Mr Khoreibi says every time global solar capacity doubles, the overall cost decreases by 20 per cent. “Global capacity is likely to go up [by] around 55 gigawatts this year,” he says. “When you look at those underlying economics on the PV side and plug in the fact that storage technology is where PV was just eight years ago this is creating a seismic shift.”
Once lithium ion batteries begin a large rollout, the costs will drastically decrease, making cheap all-day solar power a real probability. “We’re going to get to the point where you can have 24-hour renewable technologies in and around that price point [of fossil fuel power generation] in the next five to 10 years under conservative assumptions,” Mr Khoreibi says.
It is not just new batteries that could help generate cheap solar power around the clock; repurposed batteries from EVs could also creep into the region’s solar value chain.
Claire Curry, a senior analyst at Bloomberg New Energy Finance (BNEF), says these batteries cannot just go to a landfill, but they can be used as storage systems for solar power plants.
BNEF says used EV batteries will provide 29GW per hour globally by 2025, from about 360,000 tonnes of leftover batteries.
Experts say the lifespan of an EV is about 10 years with the battery storage capacity declining around 30 per cent during that time. However, these batteries can be retrofitted by adding an inverter and some other smaller parts to make a stationary storage system. Take Nisson’s Leaf which can store 24 kWh when new, falling to around 20 kWh by the end of the vehicle’s life. This is enough to power a home with a solar panel on the roof.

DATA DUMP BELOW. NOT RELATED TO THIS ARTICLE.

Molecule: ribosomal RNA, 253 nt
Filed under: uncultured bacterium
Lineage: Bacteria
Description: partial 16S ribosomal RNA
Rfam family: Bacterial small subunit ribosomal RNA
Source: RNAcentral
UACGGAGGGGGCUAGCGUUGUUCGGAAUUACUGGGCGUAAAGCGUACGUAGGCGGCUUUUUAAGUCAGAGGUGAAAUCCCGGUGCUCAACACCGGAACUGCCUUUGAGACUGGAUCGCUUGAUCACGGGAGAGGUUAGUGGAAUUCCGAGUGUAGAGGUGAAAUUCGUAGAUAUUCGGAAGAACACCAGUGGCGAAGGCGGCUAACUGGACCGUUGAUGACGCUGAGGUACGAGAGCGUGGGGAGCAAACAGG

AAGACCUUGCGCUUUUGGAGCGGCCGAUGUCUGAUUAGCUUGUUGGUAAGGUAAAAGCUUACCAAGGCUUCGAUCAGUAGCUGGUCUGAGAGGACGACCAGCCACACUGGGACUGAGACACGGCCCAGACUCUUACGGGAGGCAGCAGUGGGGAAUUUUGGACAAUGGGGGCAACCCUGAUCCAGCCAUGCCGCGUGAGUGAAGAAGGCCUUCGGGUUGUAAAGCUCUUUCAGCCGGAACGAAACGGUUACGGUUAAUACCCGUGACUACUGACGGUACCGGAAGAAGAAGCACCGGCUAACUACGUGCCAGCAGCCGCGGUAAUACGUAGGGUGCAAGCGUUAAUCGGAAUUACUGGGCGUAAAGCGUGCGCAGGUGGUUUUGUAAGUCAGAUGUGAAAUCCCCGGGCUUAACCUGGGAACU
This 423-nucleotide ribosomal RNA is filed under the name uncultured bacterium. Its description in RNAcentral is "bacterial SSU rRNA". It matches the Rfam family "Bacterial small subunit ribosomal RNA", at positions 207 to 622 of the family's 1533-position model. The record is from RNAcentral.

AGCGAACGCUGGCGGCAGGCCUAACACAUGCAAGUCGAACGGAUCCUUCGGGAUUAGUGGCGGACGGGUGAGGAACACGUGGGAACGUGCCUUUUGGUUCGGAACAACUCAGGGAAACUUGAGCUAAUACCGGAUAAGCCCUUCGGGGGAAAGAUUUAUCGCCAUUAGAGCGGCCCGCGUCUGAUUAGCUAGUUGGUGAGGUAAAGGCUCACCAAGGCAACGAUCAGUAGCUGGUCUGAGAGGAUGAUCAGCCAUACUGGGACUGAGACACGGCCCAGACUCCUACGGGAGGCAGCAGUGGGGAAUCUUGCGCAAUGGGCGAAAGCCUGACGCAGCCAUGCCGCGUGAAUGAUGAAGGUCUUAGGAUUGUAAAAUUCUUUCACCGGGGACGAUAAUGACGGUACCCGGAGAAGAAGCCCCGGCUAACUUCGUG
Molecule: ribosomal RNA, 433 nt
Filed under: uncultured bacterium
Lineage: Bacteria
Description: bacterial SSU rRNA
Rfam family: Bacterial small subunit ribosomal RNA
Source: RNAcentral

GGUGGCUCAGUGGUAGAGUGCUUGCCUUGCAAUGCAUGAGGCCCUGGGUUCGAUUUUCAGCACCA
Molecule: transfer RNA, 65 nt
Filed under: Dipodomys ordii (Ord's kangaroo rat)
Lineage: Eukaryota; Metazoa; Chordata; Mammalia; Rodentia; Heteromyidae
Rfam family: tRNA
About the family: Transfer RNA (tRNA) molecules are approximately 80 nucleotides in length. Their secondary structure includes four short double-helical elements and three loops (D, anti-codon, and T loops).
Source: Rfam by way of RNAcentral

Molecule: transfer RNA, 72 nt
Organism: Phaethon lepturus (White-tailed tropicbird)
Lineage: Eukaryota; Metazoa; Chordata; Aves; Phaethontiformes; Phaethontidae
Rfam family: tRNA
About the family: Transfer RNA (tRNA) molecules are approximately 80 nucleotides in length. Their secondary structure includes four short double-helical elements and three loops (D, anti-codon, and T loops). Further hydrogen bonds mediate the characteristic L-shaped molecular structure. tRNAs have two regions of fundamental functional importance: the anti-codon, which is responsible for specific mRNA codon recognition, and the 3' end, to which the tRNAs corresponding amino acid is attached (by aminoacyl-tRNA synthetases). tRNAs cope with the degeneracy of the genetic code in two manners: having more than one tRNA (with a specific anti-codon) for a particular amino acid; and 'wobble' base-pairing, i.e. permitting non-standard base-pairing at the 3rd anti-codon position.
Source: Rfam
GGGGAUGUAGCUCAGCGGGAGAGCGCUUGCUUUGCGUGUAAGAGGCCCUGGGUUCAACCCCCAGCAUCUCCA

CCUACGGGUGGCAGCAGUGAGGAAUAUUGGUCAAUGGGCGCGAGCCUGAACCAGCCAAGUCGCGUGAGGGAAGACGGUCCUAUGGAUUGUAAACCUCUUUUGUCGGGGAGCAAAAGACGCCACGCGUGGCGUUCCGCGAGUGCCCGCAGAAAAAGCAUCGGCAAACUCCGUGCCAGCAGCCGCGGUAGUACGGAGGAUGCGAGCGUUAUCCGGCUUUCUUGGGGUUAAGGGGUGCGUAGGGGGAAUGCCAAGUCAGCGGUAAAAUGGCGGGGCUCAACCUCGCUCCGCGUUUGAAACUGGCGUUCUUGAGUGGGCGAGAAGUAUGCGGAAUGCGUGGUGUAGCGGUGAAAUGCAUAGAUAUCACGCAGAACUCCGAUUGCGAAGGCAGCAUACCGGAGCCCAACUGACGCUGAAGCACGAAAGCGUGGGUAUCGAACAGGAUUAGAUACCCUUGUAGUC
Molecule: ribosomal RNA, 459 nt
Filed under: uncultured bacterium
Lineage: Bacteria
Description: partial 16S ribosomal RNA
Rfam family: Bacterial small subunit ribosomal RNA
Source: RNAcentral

The cost of a stationary storage system can run upwards of US$1,000 per kWh but used EV batteries could be converted into stationary systems, driving costs down to as little as $450 per kWh within two years. Ms Curry says that would shave off around 40 per cent of the capital expenditure of a stationary storage system project.
But this potential supply chain, akin to a scrapyard of sorts, is still in its infancy and currently only a handful of companies have got on board. However, BNEF expects this market to expand rapidly over the next five to 10 years.
That may be driven by regions where electric cars are being built today, mostly Europe, China, Japan and the United States – but others could take a piece, too.
“EV sales may not skyrocket, but with solar power and other [clean energy] mandates, you may see repurposed batteries being deployed in the Mena region,” says Ms Curry.
A used EV battery could be worth $4,000, and that may be enough to grab a regional entrepreneur’s attention or even a new division within a state-owned entity.
Mr Khoreibi says that the UAE is in a prime position to grab the solar industry from top to bottom and make it its own.
“We can continue being the energy exporters if the right investment is made and we take a look at what parts of the value chain are required,” he says.
Mr Khoreibi believes that reinvestment of oil and gas dollars will make solar a huge industry for the region.
“We’ve got to the point where the inflection point has occurred in renewable energy technologies, where the cost of solar energy is low enough to not just potentially displace, but actually displace conventional technologies.”
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Updated: September 19, 2016 04:00 AM